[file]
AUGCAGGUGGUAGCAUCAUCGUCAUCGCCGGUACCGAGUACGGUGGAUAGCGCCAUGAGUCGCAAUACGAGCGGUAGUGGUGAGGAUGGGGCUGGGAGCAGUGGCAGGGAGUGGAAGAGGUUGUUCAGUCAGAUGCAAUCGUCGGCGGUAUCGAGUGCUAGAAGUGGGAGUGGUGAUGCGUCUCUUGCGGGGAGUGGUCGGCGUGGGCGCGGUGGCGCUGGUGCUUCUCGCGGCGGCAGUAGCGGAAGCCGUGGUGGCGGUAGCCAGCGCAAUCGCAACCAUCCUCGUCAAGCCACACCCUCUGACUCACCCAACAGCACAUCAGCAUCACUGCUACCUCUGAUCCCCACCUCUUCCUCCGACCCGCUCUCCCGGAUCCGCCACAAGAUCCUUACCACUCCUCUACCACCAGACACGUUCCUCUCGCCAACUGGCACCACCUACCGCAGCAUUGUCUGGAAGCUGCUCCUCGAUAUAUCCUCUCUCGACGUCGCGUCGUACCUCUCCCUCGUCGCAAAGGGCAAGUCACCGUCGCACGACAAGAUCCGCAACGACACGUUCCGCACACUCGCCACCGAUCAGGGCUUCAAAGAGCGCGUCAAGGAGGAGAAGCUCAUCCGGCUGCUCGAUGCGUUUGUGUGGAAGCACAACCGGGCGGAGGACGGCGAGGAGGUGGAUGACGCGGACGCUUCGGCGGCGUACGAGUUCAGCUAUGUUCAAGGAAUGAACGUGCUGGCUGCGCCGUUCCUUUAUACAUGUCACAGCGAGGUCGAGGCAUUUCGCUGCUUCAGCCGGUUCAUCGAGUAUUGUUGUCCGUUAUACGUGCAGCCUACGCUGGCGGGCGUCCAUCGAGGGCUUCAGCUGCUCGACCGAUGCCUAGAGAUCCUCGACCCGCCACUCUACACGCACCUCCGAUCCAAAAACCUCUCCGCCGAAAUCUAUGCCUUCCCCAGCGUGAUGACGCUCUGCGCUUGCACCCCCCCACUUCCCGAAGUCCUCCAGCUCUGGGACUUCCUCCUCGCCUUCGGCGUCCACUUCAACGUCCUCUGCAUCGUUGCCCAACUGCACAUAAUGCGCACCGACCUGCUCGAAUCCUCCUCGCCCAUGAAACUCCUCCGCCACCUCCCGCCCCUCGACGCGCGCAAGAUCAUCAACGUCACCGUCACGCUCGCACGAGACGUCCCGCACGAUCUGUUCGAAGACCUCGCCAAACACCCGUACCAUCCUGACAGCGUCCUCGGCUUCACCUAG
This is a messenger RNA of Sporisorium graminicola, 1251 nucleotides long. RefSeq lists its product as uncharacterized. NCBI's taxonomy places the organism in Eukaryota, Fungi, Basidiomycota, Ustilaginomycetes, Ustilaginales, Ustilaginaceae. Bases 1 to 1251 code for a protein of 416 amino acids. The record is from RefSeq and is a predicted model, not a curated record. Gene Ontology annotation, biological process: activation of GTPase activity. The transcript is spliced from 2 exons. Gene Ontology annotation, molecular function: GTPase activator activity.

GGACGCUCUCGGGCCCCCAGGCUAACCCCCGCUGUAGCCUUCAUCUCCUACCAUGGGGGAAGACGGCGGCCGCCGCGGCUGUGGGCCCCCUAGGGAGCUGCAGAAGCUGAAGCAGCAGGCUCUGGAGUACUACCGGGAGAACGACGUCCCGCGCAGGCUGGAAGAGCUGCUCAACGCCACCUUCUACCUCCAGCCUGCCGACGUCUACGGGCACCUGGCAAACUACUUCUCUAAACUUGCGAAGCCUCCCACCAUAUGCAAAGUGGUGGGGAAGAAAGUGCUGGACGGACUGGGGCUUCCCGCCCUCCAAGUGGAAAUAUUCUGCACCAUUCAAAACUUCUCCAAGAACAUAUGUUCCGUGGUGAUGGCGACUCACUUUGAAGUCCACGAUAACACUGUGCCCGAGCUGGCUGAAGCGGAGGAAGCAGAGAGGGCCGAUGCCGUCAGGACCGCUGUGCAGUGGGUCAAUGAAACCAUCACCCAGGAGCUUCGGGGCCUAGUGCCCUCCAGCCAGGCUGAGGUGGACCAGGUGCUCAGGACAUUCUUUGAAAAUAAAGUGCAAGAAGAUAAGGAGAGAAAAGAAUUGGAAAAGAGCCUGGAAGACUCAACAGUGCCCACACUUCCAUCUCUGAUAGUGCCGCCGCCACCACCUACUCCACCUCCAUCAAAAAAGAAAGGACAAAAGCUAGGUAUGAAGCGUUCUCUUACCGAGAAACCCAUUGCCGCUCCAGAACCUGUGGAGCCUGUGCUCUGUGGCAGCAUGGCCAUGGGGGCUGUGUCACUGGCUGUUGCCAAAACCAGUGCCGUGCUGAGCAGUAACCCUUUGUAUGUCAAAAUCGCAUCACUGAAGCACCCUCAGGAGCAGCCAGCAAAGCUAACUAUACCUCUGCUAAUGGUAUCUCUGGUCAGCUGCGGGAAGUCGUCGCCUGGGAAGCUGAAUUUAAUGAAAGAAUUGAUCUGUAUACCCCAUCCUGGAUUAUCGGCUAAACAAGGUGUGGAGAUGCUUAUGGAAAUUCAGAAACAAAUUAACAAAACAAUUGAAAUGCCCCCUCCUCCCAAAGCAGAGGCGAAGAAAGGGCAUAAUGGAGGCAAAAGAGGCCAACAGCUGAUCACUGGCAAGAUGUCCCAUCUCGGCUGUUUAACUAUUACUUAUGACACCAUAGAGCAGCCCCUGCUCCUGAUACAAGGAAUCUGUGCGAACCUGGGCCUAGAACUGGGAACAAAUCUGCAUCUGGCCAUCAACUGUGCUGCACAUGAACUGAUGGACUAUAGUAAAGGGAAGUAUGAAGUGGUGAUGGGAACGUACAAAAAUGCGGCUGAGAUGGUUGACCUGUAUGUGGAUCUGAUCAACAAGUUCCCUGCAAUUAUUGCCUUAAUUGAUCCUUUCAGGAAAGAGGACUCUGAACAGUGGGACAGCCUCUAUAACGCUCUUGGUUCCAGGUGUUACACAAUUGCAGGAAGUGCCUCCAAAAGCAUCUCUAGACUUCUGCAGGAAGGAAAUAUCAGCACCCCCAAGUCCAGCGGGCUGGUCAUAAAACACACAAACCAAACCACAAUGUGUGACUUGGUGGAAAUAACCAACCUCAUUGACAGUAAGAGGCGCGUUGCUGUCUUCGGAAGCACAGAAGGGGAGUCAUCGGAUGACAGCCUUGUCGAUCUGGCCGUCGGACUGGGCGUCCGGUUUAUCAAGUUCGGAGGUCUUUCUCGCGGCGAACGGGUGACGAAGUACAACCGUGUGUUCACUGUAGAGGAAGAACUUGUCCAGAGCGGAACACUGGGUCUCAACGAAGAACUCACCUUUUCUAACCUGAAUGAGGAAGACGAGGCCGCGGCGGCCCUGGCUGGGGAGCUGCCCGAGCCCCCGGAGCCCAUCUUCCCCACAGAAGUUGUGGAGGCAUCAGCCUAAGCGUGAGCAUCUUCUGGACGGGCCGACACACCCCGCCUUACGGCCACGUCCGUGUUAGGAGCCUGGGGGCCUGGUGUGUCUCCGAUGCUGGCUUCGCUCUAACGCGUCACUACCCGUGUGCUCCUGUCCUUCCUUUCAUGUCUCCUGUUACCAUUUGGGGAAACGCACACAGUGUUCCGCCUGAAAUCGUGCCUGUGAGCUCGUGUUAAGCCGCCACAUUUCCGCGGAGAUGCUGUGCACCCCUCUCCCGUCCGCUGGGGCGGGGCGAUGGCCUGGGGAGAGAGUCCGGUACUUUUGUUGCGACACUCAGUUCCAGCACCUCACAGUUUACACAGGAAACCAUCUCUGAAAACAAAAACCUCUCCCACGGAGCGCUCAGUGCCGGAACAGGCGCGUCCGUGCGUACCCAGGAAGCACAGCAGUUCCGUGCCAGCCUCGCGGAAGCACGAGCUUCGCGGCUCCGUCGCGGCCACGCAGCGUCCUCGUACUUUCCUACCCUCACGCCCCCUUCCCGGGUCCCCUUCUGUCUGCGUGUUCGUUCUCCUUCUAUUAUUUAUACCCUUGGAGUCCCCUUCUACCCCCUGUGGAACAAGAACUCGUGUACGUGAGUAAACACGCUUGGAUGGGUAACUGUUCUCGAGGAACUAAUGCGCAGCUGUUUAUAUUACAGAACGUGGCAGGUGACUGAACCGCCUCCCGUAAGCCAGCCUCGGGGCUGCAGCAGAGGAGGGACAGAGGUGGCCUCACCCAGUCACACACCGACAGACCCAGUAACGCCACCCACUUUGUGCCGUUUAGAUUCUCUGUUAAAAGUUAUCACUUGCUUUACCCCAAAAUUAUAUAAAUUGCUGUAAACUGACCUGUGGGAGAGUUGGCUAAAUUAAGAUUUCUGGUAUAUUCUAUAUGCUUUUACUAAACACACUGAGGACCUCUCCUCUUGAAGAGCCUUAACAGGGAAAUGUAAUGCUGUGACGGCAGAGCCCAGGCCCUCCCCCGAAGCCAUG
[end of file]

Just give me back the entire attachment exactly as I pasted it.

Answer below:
AUGCAGGUGGUAGCAUCAUCGUCAUCGCCGGUACCGAGUACGGUGGAUAGCGCCAUGAGUCGCAAUACGAGCGGUAGUGGUGAGGAUGGGGCUGGGAGCAGUGGCAGGGAGUGGAAGAGGUUGUUCAGUCAGAUGCAAUCGUCGGCGGUAUCGAGUGCUAGAAGUGGGAGUGGUGAUGCGUCUCUUGCGGGGAGUGGUCGGCGUGGGCGCGGUGGCGCUGGUGCUUCUCGCGGCGGCAGUAGCGGAAGCCGUGGUGGCGGUAGCCAGCGCAAUCGCAACCAUCCUCGUCAAGCCACACCCUCUGACUCACCCAACAGCACAUCAGCAUCACUGCUACCUCUGAUCCCCACCUCUUCCUCCGACCCGCUCUCCCGGAUCCGCCACAAGAUCCUUACCACUCCUCUACCACCAGACACGUUCCUCUCGCCAACUGGCACCACCUACCGCAGCAUUGUCUGGAAGCUGCUCCUCGAUAUAUCCUCUCUCGACGUCGCGUCGUACCUCUCCCUCGUCGCAAAGGGCAAGUCACCGUCGCACGACAAGAUCCGCAACGACACGUUCCGCACACUCGCCACCGAUCAGGGCUUCAAAGAGCGCGUCAAGGAGGAGAAGCUCAUCCGGCUGCUCGAUGCGUUUGUGUGGAAGCACAACCGGGCGGAGGACGGCGAGGAGGUGGAUGACGCGGACGCUUCGGCGGCGUACGAGUUCAGCUAUGUUCAAGGAAUGAACGUGCUGGCUGCGCCGUUCCUUUAUACAUGUCACAGCGAGGUCGAGGCAUUUCGCUGCUUCAGCCGGUUCAUCGAGUAUUGUUGUCCGUUAUACGUGCAGCCUACGCUGGCGGGCGUCCAUCGAGGGCUUCAGCUGCUCGACCGAUGCCUAGAGAUCCUCGACCCGCCACUCUACACGCACCUCCGAUCCAAAAACCUCUCCGCCGAAAUCUAUGCCUUCCCCAGCGUGAUGACGCUCUGCGCUUGCACCCCCCCACUUCCCGAAGUCCUCCAGCUCUGGGACUUCCUCCUCGCCUUCGGCGUCCACUUCAACGUCCUCUGCAUCGUUGCCCAACUGCACAUAAUGCGCACCGACCUGCUCGAAUCCUCCUCGCCCAUGAAACUCCUCCGCCACCUCCCGCCCCUCGACGCGCGCAAGAUCAUCAACGUCACCGUCACGCUCGCACGAGACGUCCCGCACGAUCUGUUCGAAGACCUCGCCAAACACCCGUACCAUCCUGACAGCGUCCUCGGCUUCACCUAG
This is a messenger RNA of Sporisorium graminicola, 1251 nucleotides long. RefSeq lists its product as uncharacterized. NCBI's taxonomy places the organism in Eukaryota, Fungi, Basidiomycota, Ustilaginomycetes, Ustilaginales, Ustilaginaceae. Bases 1 to 1251 code for a protein of 416 amino acids. The record is from RefSeq and is a predicted model, not a curated record. Gene Ontology annotation, biological process: activation of GTPase activity. The transcript is spliced from 2 exons. Gene Ontology annotation, molecular function: GTPase activator activity.

GGACGCUCUCGGGCCCCCAGGCUAACCCCCGCUGUAGCCUUCAUCUCCUACCAUGGGGGAAGACGGCGGCCGCCGCGGCUGUGGGCCCCCUAGGGAGCUGCAGAAGCUGAAGCAGCAGGCUCUGGAGUACUACCGGGAGAACGACGUCCCGCGCAGGCUGGAAGAGCUGCUCAACGCCACCUUCUACCUCCAGCCUGCCGACGUCUACGGGCACCUGGCAAACUACUUCUCUAAACUUGCGAAGCCUCCCACCAUAUGCAAAGUGGUGGGGAAGAAAGUGCUGGACGGACUGGGGCUUCCCGCCCUCCAAGUGGAAAUAUUCUGCACCAUUCAAAACUUCUCCAAGAACAUAUGUUCCGUGGUGAUGGCGACUCACUUUGAAGUCCACGAUAACACUGUGCCCGAGCUGGCUGAAGCGGAGGAAGCAGAGAGGGCCGAUGCCGUCAGGACCGCUGUGCAGUGGGUCAAUGAAACCAUCACCCAGGAGCUUCGGGGCCUAGUGCCCUCCAGCCAGGCUGAGGUGGACCAGGUGCUCAGGACAUUCUUUGAAAAUAAAGUGCAAGAAGAUAAGGAGAGAAAAGAAUUGGAAAAGAGCCUGGAAGACUCAACAGUGCCCACACUUCCAUCUCUGAUAGUGCCGCCGCCACCACCUACUCCACCUCCAUCAAAAAAGAAAGGACAAAAGCUAGGUAUGAAGCGUUCUCUUACCGAGAAACCCAUUGCCGCUCCAGAACCUGUGGAGCCUGUGCUCUGUGGCAGCAUGGCCAUGGGGGCUGUGUCACUGGCUGUUGCCAAAACCAGUGCCGUGCUGAGCAGUAACCCUUUGUAUGUCAAAAUCGCAUCACUGAAGCACCCUCAGGAGCAGCCAGCAAAGCUAACUAUACCUCUGCUAAUGGUAUCUCUGGUCAGCUGCGGGAAGUCGUCGCCUGGGAAGCUGAAUUUAAUGAAAGAAUUGAUCUGUAUACCCCAUCCUGGAUUAUCGGCUAAACAAGGUGUGGAGAUGCUUAUGGAAAUUCAGAAACAAAUUAACAAAACAAUUGAAAUGCCCCCUCCUCCCAAAGCAGAGGCGAAGAAAGGGCAUAAUGGAGGCAAAAGAGGCCAACAGCUGAUCACUGGCAAGAUGUCCCAUCUCGGCUGUUUAACUAUUACUUAUGACACCAUAGAGCAGCCCCUGCUCCUGAUACAAGGAAUCUGUGCGAACCUGGGCCUAGAACUGGGAACAAAUCUGCAUCUGGCCAUCAACUGUGCUGCACAUGAACUGAUGGACUAUAGUAAAGGGAAGUAUGAAGUGGUGAUGGGAACGUACAAAAAUGCGGCUGAGAUGGUUGACCUGUAUGUGGAUCUGAUCAACAAGUUCCCUGCAAUUAUUGCCUUAAUUGAUCCUUUCAGGAAAGAGGACUCUGAACAGUGGGACAGCCUCUAUAACGCUCUUGGUUCCAGGUGUUACACAAUUGCAGGAAGUGCCUCCAAAAGCAUCUCUAGACUUCUGCAGGAAGGAAAUAUCAGCACCCCCAAGUCCAGCGGGCUGGUCAUAAAACACACAAACCAAACCACAAUGUGUGACUUGGUGGAAAUAACCAACCUCAUUGACAGUAAGAGGCGCGUUGCUGUCUUCGGAAGCACAGAAGGGGAGUCAUCGGAUGACAGCCUUGUCGAUCUGGCCGUCGGACUGGGCGUCCGGUUUAUCAAGUUCGGAGGUCUUUCUCGCGGCGAACGGGUGACGAAGUACAACCGUGUGUUCACUGUAGAGGAAGAACUUGUCCAGAGCGGAACACUGGGUCUCAACGAAGAACUCACCUUUUCUAACCUGAAUGAGGAAGACGAGGCCGCGGCGGCCCUGGCUGGGGAGCUGCCCGAGCCCCCGGAGCCCAUCUUCCCCACAGAAGUUGUGGAGGCAUCAGCCUAAGCGUGAGCAUCUUCUGGACGGGCCGACACACCCCGCCUUACGGCCACGUCCGUGUUAGGAGCCUGGGGGCCUGGUGUGUCUCCGAUGCUGGCUUCGCUCUAACGCGUCACUACCCGUGUGCUCCUGUCCUUCCUUUCAUGUCUCCUGUUACCAUUUGGGGAAACGCACACAGUGUUCCGCCUGAAAUCGUGCCUGUGAGCUCGUGUUAAGCCGCCACAUUUCCGCGGAGAUGCUGUGCACCCCUCUCCCGUCCGCUGGGGCGGGGCGAUGGCCUGGGGAGAGAGUCCGGUACUUUUGUUGCGACACUCAGUUCCAGCACCUCACAGUUUACACAGGAAACCAUCUCUGAAAACAAAAACCUCUCCCACGGAGCGCUCAGUGCCGGAACAGGCGCGUCCGUGCGUACCCAGGAAGCACAGCAGUUCCGUGCCAGCCUCGCGGAAGCACGAGCUUCGCGGCUCCGUCGCGGCCACGCAGCGUCCUCGUACUUUCCUACCCUCACGCCCCCUUCCCGGGUCCCCUUCUGUCUGCGUGUUCGUUCUCCUUCUAUUAUUUAUACCCUUGGAGUCCCCUUCUACCCCCUGUGGAACAAGAACUCGUGUACGUGAGUAAACACGCUUGGAUGGGUAACUGUUCUCGAGGAACUAAUGCGCAGCUGUUUAUAUUACAGAACGUGGCAGGUGACUGAACCGCCUCCCGUAAGCCAGCCUCGGGGCUGCAGCAGAGGAGGGACAGAGGUGGCCUCACCCAGUCACACACCGACAGACCCAGUAACGCCACCCACUUUGUGCCGUUUAGAUUCUCUGUUAAAAGUUAUCACUUGCUUUACCCCAAAAUUAUAUAAAUUGCUGUAAACUGACCUGUGGGAGAGUUGGCUAAAUUAAGAUUUCUGGUAUAUUCUAUAUGCUUUUACUAAACACACUGAGGACCUCUCCUCUUGAAGAGCCUUAACAGGGAAAUGUAAUGCUGUGACGGCAGAGCCCAGGCCCUCCCCCGAAGCCAUG